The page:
The US Department of Justice aims to file a landmark antitrust lawsuit against Google’s parent company Alphabet in September, although the action is seen by some as premature, according to reports on Thursday.
Citing sources familiar with the matter, New York Times reports Justice Minister William P. Barr quickly traces the action against the recommendation of career lawyers who believe the government is not prepared to succeed in arguing for the case.
The Washington Post in an affirmative report, Barr’s accelerated timeline suggests politically motivated, and federal officials have accelerated efforts to file before the 2020 presidential election. Bringing a case against Google will be an achievement for the Trump administration, as both Republicans and Democrats are concerned to implement reforms designed to neutralize the overgrown influence of large technology companies.
An informal poll of more than 30 attorneys from the Justice Department conducted this summer showed that a “large majority” was convinced that the organization was not ready to appeal against Google, according to The mail. Nevertheless, DOJ lawyers moved forward by order of Barr to complete the preparations by the end of September. Lawyers viewed the timeline as “arbitrary”, according to The times.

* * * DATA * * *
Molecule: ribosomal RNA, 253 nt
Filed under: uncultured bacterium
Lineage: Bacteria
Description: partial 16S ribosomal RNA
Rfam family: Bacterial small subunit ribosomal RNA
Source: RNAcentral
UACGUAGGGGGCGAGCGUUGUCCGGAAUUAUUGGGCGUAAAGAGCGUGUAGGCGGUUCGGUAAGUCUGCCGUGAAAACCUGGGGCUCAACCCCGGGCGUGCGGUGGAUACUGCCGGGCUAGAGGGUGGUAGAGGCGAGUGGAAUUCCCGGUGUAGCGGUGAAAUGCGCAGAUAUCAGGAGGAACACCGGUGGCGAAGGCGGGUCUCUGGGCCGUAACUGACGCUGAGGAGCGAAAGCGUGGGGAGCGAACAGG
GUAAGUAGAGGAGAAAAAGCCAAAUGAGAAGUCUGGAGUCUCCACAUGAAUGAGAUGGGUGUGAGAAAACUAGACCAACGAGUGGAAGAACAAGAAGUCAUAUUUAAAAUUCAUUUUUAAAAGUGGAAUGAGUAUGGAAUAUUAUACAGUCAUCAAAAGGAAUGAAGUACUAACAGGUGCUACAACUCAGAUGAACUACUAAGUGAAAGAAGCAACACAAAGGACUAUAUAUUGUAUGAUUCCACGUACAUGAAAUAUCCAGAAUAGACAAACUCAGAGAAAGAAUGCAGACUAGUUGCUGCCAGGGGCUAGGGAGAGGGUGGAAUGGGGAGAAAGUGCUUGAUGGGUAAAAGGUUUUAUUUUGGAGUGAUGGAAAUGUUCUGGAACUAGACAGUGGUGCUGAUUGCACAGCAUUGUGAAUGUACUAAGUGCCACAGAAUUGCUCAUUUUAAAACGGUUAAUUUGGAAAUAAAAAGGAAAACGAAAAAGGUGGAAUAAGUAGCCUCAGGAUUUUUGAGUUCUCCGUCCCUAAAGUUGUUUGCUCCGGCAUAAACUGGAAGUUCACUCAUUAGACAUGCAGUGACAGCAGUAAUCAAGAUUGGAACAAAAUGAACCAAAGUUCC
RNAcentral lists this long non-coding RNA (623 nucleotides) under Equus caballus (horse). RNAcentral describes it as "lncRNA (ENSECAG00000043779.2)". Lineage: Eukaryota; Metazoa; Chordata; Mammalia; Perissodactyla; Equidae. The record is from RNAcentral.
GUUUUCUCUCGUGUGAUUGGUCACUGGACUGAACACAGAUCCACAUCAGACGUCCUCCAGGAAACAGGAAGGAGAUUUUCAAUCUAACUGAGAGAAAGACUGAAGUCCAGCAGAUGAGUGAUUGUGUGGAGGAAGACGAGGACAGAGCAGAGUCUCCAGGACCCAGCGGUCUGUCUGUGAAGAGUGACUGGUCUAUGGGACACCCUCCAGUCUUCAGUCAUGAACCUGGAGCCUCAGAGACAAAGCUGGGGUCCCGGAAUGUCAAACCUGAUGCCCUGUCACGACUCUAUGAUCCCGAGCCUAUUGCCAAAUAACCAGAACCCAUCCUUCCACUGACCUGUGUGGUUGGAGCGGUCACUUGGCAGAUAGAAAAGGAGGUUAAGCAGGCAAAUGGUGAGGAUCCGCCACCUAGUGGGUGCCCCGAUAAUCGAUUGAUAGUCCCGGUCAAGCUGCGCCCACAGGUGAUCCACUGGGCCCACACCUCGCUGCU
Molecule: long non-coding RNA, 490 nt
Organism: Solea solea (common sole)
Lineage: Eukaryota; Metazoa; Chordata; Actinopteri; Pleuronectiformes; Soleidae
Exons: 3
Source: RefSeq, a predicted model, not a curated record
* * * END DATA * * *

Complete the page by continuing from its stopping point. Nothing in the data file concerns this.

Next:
The DOJ started the investigation of Google last year as part of a broader investigation of large technology companies that also involve Apple, Facebook and Amazon. At the time, the DOJ said it would focus on “widespread concerns expressed by consumers, businesses and entrepreneurs about search, social media and some online retail services.”
In the case of Google, the Ministry of Justice is targeting potential antitrust violations related to the company’s online search and advertising activities.
While Google faces challenges for its core businesses, it is rumored that Apple is expanding its search capabilities and testing its own online search engine.